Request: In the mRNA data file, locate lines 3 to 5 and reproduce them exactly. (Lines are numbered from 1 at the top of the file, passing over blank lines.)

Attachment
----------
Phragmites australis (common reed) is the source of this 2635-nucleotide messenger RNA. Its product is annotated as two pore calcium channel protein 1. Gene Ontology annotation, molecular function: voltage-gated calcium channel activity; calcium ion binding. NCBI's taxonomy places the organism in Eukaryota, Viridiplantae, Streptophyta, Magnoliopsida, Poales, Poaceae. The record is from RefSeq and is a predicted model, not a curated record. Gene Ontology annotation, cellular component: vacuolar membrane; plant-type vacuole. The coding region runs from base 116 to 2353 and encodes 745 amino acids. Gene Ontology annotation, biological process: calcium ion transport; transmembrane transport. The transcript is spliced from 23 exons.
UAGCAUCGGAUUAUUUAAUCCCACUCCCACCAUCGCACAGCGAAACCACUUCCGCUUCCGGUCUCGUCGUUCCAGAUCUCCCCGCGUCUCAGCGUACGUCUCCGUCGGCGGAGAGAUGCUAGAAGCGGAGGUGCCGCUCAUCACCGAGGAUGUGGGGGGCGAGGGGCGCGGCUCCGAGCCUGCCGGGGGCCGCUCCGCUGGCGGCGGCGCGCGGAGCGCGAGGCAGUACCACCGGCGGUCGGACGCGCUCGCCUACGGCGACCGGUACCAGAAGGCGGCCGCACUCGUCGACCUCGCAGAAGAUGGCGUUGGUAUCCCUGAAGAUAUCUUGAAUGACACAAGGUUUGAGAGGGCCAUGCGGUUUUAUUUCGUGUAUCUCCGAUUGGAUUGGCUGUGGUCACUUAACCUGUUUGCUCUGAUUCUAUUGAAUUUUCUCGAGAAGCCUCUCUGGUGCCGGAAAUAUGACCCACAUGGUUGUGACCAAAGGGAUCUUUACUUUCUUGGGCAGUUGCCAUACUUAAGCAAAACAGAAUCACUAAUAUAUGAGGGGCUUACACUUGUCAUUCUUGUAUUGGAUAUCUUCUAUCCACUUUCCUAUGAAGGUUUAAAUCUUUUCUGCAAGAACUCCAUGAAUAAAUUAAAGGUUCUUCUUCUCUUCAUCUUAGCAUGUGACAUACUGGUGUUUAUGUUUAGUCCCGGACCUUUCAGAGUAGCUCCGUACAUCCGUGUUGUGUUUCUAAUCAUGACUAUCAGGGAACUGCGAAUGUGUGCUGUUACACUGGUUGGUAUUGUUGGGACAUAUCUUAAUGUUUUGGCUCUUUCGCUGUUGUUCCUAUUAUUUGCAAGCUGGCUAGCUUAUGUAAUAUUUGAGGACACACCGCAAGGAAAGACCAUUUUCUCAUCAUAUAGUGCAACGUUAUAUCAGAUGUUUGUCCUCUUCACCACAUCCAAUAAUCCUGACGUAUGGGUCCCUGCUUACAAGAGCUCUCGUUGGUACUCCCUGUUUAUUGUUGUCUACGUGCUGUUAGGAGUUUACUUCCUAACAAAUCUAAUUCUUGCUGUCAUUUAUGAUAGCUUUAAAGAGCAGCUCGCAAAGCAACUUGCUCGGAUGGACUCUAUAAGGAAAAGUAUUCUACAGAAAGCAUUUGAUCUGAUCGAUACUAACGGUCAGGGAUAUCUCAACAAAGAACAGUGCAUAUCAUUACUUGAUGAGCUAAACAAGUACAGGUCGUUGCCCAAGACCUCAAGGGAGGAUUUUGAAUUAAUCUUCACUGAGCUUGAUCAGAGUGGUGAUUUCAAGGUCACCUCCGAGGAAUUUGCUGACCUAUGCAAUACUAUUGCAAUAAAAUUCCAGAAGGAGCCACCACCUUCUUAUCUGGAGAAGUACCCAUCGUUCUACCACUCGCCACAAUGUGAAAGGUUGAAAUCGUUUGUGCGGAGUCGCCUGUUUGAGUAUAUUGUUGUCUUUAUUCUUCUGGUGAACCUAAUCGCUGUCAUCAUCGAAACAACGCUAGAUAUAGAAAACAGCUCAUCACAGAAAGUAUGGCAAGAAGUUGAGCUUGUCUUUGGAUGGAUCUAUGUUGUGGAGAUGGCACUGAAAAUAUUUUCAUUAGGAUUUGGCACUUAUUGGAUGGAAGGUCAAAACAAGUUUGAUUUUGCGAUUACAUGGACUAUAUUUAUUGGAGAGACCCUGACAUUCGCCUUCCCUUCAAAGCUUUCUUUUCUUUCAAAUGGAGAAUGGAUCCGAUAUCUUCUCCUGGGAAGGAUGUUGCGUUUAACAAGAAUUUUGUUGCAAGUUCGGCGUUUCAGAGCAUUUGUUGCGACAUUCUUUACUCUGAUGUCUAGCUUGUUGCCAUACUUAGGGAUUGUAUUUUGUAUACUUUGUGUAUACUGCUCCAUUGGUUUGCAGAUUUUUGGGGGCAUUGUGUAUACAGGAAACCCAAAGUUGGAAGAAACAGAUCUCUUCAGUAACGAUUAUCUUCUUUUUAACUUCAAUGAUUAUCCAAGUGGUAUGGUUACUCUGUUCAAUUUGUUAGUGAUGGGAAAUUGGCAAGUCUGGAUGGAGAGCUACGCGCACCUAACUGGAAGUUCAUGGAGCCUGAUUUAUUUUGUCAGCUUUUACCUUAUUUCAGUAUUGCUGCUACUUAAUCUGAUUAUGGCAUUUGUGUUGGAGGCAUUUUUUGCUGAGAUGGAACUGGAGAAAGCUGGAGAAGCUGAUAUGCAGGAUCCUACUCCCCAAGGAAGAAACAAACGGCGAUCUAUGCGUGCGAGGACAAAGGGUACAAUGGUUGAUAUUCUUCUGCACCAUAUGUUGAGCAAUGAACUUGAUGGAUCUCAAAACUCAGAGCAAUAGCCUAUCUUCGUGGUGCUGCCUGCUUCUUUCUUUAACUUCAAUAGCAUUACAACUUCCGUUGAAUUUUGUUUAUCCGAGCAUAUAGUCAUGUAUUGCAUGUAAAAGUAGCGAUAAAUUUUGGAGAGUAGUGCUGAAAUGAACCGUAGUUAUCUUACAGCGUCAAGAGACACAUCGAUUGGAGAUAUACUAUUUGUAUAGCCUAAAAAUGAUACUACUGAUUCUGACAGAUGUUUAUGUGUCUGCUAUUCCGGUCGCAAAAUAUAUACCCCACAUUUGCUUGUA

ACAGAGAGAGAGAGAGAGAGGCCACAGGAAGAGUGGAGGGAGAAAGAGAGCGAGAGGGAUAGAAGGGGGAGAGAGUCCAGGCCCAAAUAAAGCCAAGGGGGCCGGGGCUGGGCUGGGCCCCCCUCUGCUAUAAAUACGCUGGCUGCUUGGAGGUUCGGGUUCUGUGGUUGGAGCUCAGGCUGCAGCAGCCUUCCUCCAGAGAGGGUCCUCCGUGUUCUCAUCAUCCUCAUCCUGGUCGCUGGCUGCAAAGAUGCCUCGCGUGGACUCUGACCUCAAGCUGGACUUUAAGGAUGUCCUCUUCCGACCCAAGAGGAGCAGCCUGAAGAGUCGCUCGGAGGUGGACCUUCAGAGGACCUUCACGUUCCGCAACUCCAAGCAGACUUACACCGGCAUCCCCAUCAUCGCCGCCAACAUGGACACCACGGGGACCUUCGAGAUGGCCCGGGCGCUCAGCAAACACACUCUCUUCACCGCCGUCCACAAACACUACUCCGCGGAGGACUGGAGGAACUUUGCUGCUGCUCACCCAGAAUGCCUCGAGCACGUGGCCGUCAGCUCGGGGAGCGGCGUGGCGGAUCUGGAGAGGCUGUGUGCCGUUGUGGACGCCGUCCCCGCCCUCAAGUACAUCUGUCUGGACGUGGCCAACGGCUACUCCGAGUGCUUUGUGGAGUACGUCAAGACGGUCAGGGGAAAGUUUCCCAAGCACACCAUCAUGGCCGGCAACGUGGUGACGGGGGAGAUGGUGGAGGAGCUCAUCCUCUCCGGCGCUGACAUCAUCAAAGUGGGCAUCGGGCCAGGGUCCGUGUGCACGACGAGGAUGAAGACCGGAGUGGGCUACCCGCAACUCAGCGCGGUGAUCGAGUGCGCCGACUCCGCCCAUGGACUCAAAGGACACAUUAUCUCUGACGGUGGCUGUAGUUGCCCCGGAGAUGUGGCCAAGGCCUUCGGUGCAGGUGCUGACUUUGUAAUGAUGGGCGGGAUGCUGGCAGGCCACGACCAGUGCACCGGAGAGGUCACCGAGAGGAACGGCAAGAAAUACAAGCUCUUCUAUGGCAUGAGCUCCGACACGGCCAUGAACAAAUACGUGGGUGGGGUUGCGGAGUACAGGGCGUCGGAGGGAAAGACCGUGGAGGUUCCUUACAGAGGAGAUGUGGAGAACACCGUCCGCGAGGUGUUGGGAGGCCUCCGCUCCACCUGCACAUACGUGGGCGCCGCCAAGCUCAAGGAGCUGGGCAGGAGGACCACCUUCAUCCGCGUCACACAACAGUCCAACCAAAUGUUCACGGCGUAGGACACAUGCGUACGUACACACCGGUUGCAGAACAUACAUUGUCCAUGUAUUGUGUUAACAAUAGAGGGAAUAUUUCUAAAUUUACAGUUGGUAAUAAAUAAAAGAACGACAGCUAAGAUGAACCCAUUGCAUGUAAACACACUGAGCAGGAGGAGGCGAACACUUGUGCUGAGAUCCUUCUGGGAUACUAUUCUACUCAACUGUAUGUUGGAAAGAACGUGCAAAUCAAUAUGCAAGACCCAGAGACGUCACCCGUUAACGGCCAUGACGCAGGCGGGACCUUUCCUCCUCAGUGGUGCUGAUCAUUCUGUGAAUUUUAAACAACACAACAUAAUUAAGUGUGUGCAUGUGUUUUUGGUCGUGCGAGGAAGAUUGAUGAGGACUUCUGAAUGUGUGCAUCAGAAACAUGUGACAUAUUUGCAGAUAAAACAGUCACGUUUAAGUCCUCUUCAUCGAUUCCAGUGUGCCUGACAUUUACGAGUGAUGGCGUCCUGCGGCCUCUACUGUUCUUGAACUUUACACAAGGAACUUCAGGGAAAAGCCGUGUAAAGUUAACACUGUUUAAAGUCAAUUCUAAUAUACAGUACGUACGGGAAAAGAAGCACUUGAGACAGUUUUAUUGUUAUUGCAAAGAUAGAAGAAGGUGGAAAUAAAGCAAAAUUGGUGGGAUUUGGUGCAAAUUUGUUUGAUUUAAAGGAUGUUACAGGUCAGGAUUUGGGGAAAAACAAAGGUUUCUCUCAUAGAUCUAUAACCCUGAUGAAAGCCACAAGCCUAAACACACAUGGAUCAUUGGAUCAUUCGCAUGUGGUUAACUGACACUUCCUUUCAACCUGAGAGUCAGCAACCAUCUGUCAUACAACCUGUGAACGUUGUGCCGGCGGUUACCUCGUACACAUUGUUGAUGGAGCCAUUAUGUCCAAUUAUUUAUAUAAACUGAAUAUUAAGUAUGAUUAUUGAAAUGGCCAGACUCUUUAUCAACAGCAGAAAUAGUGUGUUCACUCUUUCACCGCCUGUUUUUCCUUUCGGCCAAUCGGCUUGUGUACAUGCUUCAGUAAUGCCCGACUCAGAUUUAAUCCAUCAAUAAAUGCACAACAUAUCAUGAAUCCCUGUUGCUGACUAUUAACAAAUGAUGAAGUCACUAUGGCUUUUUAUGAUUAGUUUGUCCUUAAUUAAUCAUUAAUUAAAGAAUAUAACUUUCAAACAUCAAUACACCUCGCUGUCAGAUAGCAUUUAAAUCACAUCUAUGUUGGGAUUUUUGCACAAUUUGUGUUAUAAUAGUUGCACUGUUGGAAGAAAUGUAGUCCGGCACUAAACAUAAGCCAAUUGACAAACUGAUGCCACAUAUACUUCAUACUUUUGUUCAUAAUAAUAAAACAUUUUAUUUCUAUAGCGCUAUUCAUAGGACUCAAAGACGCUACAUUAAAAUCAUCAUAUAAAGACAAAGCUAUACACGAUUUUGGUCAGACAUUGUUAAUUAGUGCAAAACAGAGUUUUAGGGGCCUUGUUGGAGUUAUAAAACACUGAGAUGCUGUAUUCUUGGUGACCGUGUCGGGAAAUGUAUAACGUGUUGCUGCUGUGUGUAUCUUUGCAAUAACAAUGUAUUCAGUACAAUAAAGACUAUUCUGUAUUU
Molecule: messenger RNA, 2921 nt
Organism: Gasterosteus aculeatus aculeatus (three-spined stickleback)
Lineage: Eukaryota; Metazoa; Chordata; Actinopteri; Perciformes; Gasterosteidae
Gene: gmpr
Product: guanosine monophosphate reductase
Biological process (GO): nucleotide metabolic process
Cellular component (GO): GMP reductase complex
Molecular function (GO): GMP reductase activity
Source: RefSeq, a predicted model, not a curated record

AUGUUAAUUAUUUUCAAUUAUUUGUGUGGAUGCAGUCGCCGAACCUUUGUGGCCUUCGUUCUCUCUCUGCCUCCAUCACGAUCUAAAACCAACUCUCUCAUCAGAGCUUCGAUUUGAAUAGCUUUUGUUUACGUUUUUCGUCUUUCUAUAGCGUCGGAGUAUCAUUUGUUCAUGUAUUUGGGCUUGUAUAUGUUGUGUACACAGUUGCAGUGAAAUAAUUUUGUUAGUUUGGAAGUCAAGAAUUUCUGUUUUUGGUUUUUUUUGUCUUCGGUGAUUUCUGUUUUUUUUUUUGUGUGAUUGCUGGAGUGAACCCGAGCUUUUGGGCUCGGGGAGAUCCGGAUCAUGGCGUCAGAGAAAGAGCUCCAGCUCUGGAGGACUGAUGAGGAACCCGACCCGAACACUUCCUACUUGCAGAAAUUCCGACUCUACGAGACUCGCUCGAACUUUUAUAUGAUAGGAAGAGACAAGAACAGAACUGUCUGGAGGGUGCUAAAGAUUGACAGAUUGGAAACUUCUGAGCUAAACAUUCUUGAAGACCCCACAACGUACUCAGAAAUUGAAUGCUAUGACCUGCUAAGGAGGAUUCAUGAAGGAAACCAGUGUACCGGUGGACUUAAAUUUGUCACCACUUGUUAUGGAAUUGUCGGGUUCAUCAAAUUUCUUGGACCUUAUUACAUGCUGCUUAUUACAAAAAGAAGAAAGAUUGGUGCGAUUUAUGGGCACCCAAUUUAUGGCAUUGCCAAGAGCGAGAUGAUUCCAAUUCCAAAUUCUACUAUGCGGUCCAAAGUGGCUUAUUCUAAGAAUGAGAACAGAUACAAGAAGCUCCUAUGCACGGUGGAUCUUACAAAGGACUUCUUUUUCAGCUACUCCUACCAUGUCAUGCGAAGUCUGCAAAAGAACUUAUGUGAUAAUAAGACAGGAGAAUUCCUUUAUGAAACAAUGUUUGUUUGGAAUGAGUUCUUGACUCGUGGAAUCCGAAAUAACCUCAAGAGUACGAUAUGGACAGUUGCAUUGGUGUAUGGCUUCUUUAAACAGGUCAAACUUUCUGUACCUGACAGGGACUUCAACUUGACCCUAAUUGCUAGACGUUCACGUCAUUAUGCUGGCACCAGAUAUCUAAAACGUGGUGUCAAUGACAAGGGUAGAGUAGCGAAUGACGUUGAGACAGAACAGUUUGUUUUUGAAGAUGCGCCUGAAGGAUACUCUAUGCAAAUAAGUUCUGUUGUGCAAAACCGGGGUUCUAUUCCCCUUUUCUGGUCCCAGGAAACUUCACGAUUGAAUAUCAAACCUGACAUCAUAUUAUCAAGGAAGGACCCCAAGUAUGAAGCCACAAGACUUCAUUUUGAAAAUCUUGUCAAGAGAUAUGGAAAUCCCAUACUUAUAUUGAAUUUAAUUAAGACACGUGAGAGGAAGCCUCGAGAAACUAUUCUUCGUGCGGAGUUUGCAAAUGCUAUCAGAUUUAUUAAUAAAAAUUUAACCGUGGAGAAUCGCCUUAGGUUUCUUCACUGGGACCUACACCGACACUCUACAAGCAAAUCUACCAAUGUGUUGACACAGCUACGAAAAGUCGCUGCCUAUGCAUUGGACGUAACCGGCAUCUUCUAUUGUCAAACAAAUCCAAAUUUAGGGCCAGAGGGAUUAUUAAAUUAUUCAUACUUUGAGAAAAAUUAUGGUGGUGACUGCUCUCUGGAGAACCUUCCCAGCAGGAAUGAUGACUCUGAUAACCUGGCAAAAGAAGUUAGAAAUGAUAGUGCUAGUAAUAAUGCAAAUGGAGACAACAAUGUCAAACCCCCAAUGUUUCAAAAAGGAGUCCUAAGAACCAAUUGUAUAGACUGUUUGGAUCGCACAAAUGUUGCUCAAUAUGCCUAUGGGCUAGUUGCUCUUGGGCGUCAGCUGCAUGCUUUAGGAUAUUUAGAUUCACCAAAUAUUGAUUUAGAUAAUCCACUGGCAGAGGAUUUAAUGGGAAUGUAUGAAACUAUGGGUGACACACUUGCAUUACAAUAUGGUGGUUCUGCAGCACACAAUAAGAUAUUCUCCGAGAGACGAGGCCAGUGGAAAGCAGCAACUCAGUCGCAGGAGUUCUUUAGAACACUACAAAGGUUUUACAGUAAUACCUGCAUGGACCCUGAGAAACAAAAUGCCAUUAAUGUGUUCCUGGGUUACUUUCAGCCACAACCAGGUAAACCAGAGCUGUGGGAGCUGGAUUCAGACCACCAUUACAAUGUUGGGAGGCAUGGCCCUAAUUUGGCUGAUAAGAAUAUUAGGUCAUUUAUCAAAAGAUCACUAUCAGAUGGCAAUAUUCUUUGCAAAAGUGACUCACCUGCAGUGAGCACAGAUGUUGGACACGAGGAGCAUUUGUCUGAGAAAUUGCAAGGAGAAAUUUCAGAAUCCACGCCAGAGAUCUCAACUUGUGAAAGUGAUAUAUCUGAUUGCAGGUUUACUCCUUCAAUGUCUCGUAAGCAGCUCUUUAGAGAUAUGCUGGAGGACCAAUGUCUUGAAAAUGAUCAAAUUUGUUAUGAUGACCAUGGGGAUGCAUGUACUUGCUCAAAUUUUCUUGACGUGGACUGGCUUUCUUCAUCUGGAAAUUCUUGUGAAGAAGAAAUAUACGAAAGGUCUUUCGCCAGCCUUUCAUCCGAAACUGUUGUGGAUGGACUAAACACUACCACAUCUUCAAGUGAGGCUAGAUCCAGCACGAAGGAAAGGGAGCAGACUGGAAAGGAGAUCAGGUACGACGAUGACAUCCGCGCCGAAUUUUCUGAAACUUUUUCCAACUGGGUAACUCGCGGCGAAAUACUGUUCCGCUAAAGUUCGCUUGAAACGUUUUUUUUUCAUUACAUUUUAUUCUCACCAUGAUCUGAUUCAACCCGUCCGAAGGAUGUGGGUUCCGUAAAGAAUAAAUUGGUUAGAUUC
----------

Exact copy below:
ACAGAGAGAGAGAGAGAGAGGCCACAGGAAGAGUGGAGGGAGAAAGAGAGCGAGAGGGAUAGAAGGGGGAGAGAGUCCAGGCCCAAAUAAAGCCAAGGGGGCCGGGGCUGGGCUGGGCCCCCCUCUGCUAUAAAUACGCUGGCUGCUUGGAGGUUCGGGUUCUGUGGUUGGAGCUCAGGCUGCAGCAGCCUUCCUCCAGAGAGGGUCCUCCGUGUUCUCAUCAUCCUCAUCCUGGUCGCUGGCUGCAAAGAUGCCUCGCGUGGACUCUGACCUCAAGCUGGACUUUAAGGAUGUCCUCUUCCGACCCAAGAGGAGCAGCCUGAAGAGUCGCUCGGAGGUGGACCUUCAGAGGACCUUCACGUUCCGCAACUCCAAGCAGACUUACACCGGCAUCCCCAUCAUCGCCGCCAACAUGGACACCACGGGGACCUUCGAGAUGGCCCGGGCGCUCAGCAAACACACUCUCUUCACCGCCGUCCACAAACACUACUCCGCGGAGGACUGGAGGAACUUUGCUGCUGCUCACCCAGAAUGCCUCGAGCACGUGGCCGUCAGCUCGGGGAGCGGCGUGGCGGAUCUGGAGAGGCUGUGUGCCGUUGUGGACGCCGUCCCCGCCCUCAAGUACAUCUGUCUGGACGUGGCCAACGGCUACUCCGAGUGCUUUGUGGAGUACGUCAAGACGGUCAGGGGAAAGUUUCCCAAGCACACCAUCAUGGCCGGCAACGUGGUGACGGGGGAGAUGGUGGAGGAGCUCAUCCUCUCCGGCGCUGACAUCAUCAAAGUGGGCAUCGGGCCAGGGUCCGUGUGCACGACGAGGAUGAAGACCGGAGUGGGCUACCCGCAACUCAGCGCGGUGAUCGAGUGCGCCGACUCCGCCCAUGGACUCAAAGGACACAUUAUCUCUGACGGUGGCUGUAGUUGCCCCGGAGAUGUGGCCAAGGCCUUCGGUGCAGGUGCUGACUUUGUAAUGAUGGGCGGGAUGCUGGCAGGCCACGACCAGUGCACCGGAGAGGUCACCGAGAGGAACGGCAAGAAAUACAAGCUCUUCUAUGGCAUGAGCUCCGACACGGCCAUGAACAAAUACGUGGGUGGGGUUGCGGAGUACAGGGCGUCGGAGGGAAAGACCGUGGAGGUUCCUUACAGAGGAGAUGUGGAGAACACCGUCCGCGAGGUGUUGGGAGGCCUCCGCUCCACCUGCACAUACGUGGGCGCCGCCAAGCUCAAGGAGCUGGGCAGGAGGACCACCUUCAUCCGCGUCACACAACAGUCCAACCAAAUGUUCACGGCGUAGGACACAUGCGUACGUACACACCGGUUGCAGAACAUACAUUGUCCAUGUAUUGUGUUAACAAUAGAGGGAAUAUUUCUAAAUUUACAGUUGGUAAUAAAUAAAAGAACGACAGCUAAGAUGAACCCAUUGCAUGUAAACACACUGAGCAGGAGGAGGCGAACACUUGUGCUGAGAUCCUUCUGGGAUACUAUUCUACUCAACUGUAUGUUGGAAAGAACGUGCAAAUCAAUAUGCAAGACCCAGAGACGUCACCCGUUAACGGCCAUGACGCAGGCGGGACCUUUCCUCCUCAGUGGUGCUGAUCAUUCUGUGAAUUUUAAACAACACAACAUAAUUAAGUGUGUGCAUGUGUUUUUGGUCGUGCGAGGAAGAUUGAUGAGGACUUCUGAAUGUGUGCAUCAGAAACAUGUGACAUAUUUGCAGAUAAAACAGUCACGUUUAAGUCCUCUUCAUCGAUUCCAGUGUGCCUGACAUUUACGAGUGAUGGCGUCCUGCGGCCUCUACUGUUCUUGAACUUUACACAAGGAACUUCAGGGAAAAGCCGUGUAAAGUUAACACUGUUUAAAGUCAAUUCUAAUAUACAGUACGUACGGGAAAAGAAGCACUUGAGACAGUUUUAUUGUUAUUGCAAAGAUAGAAGAAGGUGGAAAUAAAGCAAAAUUGGUGGGAUUUGGUGCAAAUUUGUUUGAUUUAAAGGAUGUUACAGGUCAGGAUUUGGGGAAAAACAAAGGUUUCUCUCAUAGAUCUAUAACCCUGAUGAAAGCCACAAGCCUAAACACACAUGGAUCAUUGGAUCAUUCGCAUGUGGUUAACUGACACUUCCUUUCAACCUGAGAGUCAGCAACCAUCUGUCAUACAACCUGUGAACGUUGUGCCGGCGGUUACCUCGUACACAUUGUUGAUGGAGCCAUUAUGUCCAAUUAUUUAUAUAAACUGAAUAUUAAGUAUGAUUAUUGAAAUGGCCAGACUCUUUAUCAACAGCAGAAAUAGUGUGUUCACUCUUUCACCGCCUGUUUUUCCUUUCGGCCAAUCGGCUUGUGUACAUGCUUCAGUAAUGCCCGACUCAGAUUUAAUCCAUCAAUAAAUGCACAACAUAUCAUGAAUCCCUGUUGCUGACUAUUAACAAAUGAUGAAGUCACUAUGGCUUUUUAUGAUUAGUUUGUCCUUAAUUAAUCAUUAAUUAAAGAAUAUAACUUUCAAACAUCAAUACACCUCGCUGUCAGAUAGCAUUUAAAUCACAUCUAUGUUGGGAUUUUUGCACAAUUUGUGUUAUAAUAGUUGCACUGUUGGAAGAAAUGUAGUCCGGCACUAAACAUAAGCCAAUUGACAAACUGAUGCCACAUAUACUUCAUACUUUUGUUCAUAAUAAUAAAACAUUUUAUUUCUAUAGCGCUAUUCAUAGGACUCAAAGACGCUACAUUAAAAUCAUCAUAUAAAGACAAAGCUAUACACGAUUUUGGUCAGACAUUGUUAAUUAGUGCAAAACAGAGUUUUAGGGGCCUUGUUGGAGUUAUAAAACACUGAGAUGCUGUAUUCUUGGUGACCGUGUCGGGAAAUGUAUAACGUGUUGCUGCUGUGUGUAUCUUUGCAAUAACAAUGUAUUCAGUACAAUAAAGACUAUUCUGUAUUU
Molecule: messenger RNA, 2921 nt
Organism: Gasterosteus aculeatus aculeatus (three-spined stickleback)